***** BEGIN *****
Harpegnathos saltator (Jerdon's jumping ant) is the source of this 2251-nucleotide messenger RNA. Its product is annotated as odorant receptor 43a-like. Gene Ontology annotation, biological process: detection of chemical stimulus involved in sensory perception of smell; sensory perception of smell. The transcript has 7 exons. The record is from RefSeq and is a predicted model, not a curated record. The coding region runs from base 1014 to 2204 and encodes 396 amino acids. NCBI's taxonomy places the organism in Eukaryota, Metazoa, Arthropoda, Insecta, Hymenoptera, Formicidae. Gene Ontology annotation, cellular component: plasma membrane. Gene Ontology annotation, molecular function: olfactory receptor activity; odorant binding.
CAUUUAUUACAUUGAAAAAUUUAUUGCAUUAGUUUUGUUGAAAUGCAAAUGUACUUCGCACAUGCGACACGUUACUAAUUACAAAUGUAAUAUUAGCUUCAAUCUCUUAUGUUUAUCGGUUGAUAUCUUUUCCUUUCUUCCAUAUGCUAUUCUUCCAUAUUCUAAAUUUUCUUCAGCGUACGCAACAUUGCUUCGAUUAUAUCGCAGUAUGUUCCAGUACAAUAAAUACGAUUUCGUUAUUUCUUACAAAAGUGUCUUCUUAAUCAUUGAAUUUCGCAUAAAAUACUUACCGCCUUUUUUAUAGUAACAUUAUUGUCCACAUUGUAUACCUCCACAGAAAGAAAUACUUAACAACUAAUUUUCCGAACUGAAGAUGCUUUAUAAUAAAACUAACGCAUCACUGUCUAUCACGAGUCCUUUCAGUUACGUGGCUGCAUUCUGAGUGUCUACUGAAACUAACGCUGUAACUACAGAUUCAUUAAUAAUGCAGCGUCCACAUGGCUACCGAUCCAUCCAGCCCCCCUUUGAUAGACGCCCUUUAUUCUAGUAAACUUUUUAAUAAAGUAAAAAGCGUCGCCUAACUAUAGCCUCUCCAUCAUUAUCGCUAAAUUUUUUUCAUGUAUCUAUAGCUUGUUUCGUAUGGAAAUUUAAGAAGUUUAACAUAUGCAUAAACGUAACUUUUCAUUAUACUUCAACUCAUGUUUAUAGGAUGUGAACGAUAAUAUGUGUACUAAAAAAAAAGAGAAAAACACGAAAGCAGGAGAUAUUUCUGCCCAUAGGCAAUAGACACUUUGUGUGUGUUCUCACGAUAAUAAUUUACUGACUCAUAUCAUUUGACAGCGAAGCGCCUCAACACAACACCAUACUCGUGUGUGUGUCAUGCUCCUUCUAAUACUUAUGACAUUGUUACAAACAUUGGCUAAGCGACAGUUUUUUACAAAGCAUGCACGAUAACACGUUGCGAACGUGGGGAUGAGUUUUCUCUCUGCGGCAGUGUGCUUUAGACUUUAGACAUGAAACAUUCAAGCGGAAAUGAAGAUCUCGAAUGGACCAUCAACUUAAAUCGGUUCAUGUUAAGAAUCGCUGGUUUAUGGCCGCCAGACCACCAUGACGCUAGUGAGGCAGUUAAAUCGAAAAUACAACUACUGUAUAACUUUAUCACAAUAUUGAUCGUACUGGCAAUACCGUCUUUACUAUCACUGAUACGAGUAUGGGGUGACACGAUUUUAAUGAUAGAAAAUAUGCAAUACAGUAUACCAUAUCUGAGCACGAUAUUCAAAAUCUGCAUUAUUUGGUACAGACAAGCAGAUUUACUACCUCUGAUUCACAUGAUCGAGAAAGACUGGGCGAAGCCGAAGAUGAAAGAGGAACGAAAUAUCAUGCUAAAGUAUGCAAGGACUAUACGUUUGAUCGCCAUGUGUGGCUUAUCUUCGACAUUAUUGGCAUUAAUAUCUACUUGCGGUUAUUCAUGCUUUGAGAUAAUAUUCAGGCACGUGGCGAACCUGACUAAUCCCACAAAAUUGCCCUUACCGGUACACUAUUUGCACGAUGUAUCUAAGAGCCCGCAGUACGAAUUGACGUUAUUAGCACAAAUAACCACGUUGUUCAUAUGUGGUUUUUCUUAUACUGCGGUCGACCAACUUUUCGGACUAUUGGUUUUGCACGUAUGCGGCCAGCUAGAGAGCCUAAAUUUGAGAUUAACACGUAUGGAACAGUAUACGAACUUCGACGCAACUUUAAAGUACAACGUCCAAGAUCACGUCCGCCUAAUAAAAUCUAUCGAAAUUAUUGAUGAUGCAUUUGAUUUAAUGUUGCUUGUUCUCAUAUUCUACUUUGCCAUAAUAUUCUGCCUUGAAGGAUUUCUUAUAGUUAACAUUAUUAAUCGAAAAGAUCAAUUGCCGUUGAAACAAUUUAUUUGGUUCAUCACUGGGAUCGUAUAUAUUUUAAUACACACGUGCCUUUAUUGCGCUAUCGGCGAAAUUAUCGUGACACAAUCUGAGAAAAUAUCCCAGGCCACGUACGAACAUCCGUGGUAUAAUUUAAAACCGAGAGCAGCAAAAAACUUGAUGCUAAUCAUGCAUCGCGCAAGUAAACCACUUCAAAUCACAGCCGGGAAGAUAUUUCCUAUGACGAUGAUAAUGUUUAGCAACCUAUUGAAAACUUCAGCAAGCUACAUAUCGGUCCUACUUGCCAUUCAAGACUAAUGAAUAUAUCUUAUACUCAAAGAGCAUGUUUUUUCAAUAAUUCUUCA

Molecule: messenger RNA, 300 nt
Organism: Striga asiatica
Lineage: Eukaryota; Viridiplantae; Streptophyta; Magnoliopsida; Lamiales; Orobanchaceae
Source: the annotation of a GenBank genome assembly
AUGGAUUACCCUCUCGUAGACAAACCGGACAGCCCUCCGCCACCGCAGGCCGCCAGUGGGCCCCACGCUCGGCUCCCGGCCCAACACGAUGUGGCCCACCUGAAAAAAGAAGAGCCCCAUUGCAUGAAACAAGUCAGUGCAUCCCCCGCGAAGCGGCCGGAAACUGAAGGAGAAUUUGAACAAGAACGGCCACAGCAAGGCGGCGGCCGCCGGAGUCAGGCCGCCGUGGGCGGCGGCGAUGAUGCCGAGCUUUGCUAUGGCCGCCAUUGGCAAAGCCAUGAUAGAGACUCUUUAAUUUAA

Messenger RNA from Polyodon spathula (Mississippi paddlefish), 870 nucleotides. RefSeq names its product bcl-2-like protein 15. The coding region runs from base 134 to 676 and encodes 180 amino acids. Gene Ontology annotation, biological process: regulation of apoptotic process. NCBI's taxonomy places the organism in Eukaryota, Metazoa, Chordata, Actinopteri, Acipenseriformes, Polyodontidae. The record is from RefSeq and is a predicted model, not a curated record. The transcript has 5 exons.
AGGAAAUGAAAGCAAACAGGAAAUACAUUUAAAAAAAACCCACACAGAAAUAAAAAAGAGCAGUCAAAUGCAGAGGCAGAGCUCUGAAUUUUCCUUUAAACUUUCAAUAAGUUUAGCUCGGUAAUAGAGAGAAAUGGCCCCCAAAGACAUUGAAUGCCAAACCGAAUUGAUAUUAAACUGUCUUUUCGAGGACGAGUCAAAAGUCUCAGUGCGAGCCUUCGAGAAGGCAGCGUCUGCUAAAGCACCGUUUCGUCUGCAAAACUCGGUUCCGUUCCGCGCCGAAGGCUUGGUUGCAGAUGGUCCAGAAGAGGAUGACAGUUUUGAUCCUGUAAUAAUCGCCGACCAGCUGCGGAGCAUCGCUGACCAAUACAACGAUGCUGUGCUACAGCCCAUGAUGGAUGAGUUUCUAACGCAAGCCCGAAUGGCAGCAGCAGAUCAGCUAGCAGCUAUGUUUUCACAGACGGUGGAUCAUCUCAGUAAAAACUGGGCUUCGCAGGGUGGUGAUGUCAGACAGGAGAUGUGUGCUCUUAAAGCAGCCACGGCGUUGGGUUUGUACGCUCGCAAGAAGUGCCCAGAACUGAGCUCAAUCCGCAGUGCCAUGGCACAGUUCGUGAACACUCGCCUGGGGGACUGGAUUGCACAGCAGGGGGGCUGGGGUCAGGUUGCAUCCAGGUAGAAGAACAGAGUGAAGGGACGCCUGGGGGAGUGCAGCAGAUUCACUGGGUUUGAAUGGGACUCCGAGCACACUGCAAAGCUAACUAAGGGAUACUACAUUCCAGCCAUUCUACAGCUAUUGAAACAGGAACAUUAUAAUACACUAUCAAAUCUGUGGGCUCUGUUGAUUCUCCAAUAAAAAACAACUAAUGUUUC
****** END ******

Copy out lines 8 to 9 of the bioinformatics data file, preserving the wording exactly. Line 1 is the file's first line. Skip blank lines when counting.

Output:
Messenger RNA from Polyodon spathula (Mississippi paddlefish), 870 nucleotides. RefSeq names its product bcl-2-like protein 15. The coding region runs from base 134 to 676 and encodes 180 amino acids. Gene Ontology annotation, biological process: regulation of apoptotic process. NCBI's taxonomy places the organism in Eukaryota, Metazoa, Chordata, Actinopteri, Acipenseriformes, Polyodontidae. The record is from RefSeq and is a predicted model, not a curated record. The transcript has 5 exons.
AGGAAAUGAAAGCAAACAGGAAAUACAUUUAAAAAAAACCCACACAGAAAUAAAAAAGAGCAGUCAAAUGCAGAGGCAGAGCUCUGAAUUUUCCUUUAAACUUUCAAUAAGUUUAGCUCGGUAAUAGAGAGAAAUGGCCCCCAAAGACAUUGAAUGCCAAACCGAAUUGAUAUUAAACUGUCUUUUCGAGGACGAGUCAAAAGUCUCAGUGCGAGCCUUCGAGAAGGCAGCGUCUGCUAAAGCACCGUUUCGUCUGCAAAACUCGGUUCCGUUCCGCGCCGAAGGCUUGGUUGCAGAUGGUCCAGAAGAGGAUGACAGUUUUGAUCCUGUAAUAAUCGCCGACCAGCUGCGGAGCAUCGCUGACCAAUACAACGAUGCUGUGCUACAGCCCAUGAUGGAUGAGUUUCUAACGCAAGCCCGAAUGGCAGCAGCAGAUCAGCUAGCAGCUAUGUUUUCACAGACGGUGGAUCAUCUCAGUAAAAACUGGGCUUCGCAGGGUGGUGAUGUCAGACAGGAGAUGUGUGCUCUUAAAGCAGCCACGGCGUUGGGUUUGUACGCUCGCAAGAAGUGCCCAGAACUGAGCUCAAUCCGCAGUGCCAUGGCACAGUUCGUGAACACUCGCCUGGGGGACUGGAUUGCACAGCAGGGGGGCUGGGGUCAGGUUGCAUCCAGGUAGAAGAACAGAGUGAAGGGACGCCUGGGGGAGUGCAGCAGAUUCACUGGGUUUGAAUGGGACUCCGAGCACACUGCAAAGCUAACUAAGGGAUACUACAUUCCAGCCAUUCUACAGCUAUUGAAACAGGAACAUUAUAAUACACUAUCAAAUCUGUGGGCUCUGUUGAUUCUCCAAUAAAAAACAACUAAUGUUUC